On October 13, 1952 the party officially was renamed as the Communist Party of Ukraine. On August 26, 1991 the Communist Party was outlawed in Ukraine. Different sectors reconstituted themselves in different parties. One group led by moderate members under Oleksandr Moroz formed the Socialist Party of Ukraine (SPU) out of most of the former members, a group of agrarians led by Serhiy Dovhan and Oleksandr Tkachenko formed the Peasant Party of Ukraine (SelPU), and another group, the Communist Party of Ukraine, was re-created in 1993 in Donetsk under the leadership of Petro Symonenko when the ban was lifted. The remaining members either changed political direction or created their own left-wing parties such as the Vitrenko bloc, Social-Democratic (United) party, and others.

Organizational structureEdit

Central CommitteesEdit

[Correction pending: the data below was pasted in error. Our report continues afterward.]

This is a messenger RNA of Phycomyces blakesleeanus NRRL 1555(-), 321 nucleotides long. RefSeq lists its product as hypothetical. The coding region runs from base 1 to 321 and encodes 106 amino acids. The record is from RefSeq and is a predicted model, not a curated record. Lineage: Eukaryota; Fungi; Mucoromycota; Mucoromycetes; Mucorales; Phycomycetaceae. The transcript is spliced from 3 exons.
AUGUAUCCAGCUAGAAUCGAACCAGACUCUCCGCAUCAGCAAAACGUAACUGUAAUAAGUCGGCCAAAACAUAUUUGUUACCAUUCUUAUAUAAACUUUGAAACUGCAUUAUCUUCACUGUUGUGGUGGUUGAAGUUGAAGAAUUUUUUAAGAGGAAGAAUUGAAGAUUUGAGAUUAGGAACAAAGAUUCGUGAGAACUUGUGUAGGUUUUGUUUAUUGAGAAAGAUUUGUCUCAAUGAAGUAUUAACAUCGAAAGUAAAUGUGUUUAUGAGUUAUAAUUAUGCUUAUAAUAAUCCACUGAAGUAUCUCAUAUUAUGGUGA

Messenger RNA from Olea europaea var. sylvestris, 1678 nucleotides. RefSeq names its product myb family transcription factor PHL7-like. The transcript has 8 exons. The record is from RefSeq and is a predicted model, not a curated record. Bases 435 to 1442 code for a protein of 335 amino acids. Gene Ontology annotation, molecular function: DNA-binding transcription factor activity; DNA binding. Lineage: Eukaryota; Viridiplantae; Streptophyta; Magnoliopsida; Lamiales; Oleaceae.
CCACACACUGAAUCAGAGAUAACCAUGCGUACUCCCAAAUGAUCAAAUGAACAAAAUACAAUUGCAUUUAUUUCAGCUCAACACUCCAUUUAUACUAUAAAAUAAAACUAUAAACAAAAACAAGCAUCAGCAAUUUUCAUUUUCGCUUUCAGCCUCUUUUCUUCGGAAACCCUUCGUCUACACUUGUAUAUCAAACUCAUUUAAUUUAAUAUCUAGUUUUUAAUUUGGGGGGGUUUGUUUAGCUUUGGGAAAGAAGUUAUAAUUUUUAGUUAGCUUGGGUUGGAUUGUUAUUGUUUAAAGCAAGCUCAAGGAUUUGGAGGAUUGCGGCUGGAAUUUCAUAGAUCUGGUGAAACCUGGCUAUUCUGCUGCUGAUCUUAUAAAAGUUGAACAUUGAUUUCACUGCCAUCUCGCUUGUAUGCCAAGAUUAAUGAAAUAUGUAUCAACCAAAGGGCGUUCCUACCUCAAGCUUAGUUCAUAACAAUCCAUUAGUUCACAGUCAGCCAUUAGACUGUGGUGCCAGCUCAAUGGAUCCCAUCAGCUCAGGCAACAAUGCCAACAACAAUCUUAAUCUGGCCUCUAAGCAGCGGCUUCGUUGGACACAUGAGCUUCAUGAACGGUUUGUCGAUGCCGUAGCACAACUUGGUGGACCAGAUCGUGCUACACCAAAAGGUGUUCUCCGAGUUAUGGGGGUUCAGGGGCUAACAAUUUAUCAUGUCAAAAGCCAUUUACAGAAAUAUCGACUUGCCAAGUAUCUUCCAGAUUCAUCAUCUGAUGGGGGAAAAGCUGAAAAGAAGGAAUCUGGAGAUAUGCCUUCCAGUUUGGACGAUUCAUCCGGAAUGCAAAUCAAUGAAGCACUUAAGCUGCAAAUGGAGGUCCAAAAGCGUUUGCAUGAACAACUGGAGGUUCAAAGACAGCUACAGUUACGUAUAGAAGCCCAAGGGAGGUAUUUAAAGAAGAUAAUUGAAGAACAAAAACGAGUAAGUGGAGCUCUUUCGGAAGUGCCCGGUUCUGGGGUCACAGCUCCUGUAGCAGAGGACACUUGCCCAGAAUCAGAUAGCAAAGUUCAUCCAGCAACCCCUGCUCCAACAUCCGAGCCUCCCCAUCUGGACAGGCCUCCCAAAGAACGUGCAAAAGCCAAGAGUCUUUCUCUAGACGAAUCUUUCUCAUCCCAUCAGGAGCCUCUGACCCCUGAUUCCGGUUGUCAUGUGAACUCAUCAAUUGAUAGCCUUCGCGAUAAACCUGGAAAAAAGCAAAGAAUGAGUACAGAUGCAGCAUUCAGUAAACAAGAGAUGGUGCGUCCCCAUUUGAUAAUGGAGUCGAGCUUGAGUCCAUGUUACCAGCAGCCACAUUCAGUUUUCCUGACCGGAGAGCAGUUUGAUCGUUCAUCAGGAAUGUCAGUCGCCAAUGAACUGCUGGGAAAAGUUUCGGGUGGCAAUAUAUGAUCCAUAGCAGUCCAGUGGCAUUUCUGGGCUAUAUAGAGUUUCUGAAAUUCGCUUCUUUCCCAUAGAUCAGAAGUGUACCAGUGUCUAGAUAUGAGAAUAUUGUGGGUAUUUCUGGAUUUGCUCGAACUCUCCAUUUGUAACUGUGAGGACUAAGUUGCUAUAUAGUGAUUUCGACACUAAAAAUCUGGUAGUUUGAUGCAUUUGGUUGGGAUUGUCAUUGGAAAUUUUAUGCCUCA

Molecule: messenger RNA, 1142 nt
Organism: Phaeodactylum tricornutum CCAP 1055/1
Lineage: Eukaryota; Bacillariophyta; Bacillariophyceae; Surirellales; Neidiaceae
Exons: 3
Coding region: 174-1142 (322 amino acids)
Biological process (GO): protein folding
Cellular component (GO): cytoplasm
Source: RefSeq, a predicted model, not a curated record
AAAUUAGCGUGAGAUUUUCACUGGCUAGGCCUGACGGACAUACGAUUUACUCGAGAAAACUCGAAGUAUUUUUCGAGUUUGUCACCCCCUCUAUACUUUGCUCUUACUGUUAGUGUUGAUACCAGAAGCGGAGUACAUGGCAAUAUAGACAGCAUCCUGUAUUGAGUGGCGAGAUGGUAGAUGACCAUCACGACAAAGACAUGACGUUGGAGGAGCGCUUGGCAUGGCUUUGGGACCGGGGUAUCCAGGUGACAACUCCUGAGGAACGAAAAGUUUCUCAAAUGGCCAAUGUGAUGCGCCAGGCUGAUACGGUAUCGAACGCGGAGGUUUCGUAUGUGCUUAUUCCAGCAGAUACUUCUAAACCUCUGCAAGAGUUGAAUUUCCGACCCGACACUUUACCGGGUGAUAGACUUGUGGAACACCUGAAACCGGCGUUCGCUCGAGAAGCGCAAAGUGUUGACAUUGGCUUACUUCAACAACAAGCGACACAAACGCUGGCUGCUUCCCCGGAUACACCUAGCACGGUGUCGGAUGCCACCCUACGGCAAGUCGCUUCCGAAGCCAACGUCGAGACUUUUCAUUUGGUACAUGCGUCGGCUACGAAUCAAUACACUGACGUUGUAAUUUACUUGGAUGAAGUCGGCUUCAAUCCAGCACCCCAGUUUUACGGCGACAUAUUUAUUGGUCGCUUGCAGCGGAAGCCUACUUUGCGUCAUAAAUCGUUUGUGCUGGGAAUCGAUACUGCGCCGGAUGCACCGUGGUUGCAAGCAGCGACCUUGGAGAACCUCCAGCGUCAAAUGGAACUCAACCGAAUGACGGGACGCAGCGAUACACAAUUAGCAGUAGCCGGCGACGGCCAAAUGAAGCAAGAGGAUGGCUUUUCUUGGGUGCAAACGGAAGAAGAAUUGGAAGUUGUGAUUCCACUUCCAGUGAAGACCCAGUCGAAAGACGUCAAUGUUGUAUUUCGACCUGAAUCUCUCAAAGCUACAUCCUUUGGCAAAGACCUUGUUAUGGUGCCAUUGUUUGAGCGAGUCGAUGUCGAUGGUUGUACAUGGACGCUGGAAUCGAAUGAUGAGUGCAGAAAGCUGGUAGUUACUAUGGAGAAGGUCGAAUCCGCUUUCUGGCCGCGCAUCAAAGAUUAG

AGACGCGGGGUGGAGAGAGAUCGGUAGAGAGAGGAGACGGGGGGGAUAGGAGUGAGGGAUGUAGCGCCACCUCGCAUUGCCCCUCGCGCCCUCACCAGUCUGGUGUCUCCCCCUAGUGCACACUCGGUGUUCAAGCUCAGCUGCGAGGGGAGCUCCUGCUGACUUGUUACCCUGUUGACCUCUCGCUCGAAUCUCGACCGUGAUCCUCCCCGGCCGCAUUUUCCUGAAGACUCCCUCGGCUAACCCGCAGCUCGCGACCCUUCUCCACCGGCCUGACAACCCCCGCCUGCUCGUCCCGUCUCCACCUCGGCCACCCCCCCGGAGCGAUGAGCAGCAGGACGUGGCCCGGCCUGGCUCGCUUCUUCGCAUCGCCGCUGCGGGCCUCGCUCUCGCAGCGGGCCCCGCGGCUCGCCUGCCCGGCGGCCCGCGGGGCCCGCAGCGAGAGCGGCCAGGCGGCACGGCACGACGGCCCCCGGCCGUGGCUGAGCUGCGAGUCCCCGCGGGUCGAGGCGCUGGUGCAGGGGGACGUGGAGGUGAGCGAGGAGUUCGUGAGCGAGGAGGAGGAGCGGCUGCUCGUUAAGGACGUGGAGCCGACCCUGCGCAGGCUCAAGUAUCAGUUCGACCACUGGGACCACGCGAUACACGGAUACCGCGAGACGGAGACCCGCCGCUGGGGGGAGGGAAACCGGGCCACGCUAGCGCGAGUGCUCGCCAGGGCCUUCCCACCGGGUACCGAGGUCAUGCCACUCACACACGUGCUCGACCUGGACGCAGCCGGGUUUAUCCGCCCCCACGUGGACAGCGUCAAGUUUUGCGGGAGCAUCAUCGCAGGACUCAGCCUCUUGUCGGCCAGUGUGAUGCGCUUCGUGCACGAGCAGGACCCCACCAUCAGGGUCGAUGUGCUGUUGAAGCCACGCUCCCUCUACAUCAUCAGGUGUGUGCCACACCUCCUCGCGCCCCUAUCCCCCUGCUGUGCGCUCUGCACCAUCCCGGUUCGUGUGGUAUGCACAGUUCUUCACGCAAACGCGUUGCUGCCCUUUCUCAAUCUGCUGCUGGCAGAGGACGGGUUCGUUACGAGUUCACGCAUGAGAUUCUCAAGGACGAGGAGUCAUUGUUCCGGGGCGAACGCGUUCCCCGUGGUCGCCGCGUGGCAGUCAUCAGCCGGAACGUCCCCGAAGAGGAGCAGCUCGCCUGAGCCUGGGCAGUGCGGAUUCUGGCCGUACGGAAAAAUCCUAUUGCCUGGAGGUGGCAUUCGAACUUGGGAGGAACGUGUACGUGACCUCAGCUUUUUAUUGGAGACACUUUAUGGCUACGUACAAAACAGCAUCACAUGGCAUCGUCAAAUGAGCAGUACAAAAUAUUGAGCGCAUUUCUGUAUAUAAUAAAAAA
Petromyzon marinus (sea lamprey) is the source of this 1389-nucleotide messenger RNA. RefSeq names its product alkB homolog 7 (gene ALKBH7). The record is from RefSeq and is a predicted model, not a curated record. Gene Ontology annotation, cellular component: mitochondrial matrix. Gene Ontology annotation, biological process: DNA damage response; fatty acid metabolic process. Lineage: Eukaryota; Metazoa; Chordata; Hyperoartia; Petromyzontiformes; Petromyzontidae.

Initial composition of the committee was elected at the 1st party Congress on July 12, 1918 and consisted of the following people:[8] Ivan Amosov, Andrei Bubnov, Afanasiy Butsenko, Shulim Gruzman, Vladimir Zatonsky, Lavrentiy Kartvelishvili, Emmanuil Kviring, Stanislav Kosior, Isaak Kreisberg, Yuriy Lutovinov, Yuriy Pyatakov, Rafail Farbman, Pinkhus Rovner, Leonid Tarsky (Sokolovsky), Isaak Shvarts. Beside full members there also were candidate to the committee. The initial composition included Yan Hamarnik (Yakov Pudikovich), Dmitriy Lebed, Mikhail Mayorov (Meyer Biberman), Mykola Skrypnyk, Petro Slynko, Yakov Yakovlev (Epshtein). On September 9, 1918 Mayorov and Slynko replaced Kertvelishvili and Farbman as full members, while the last two lost their membership. During World War II on October 2, 1942 there was created the Illegal Central Committee of the Party consisting of 17 members. The committee was dissolved on June 29, 1943. Among the members of the committee were such personalities as Sydir Kovpak, Leonid Korniets, Oleksiy Fedorov, and others.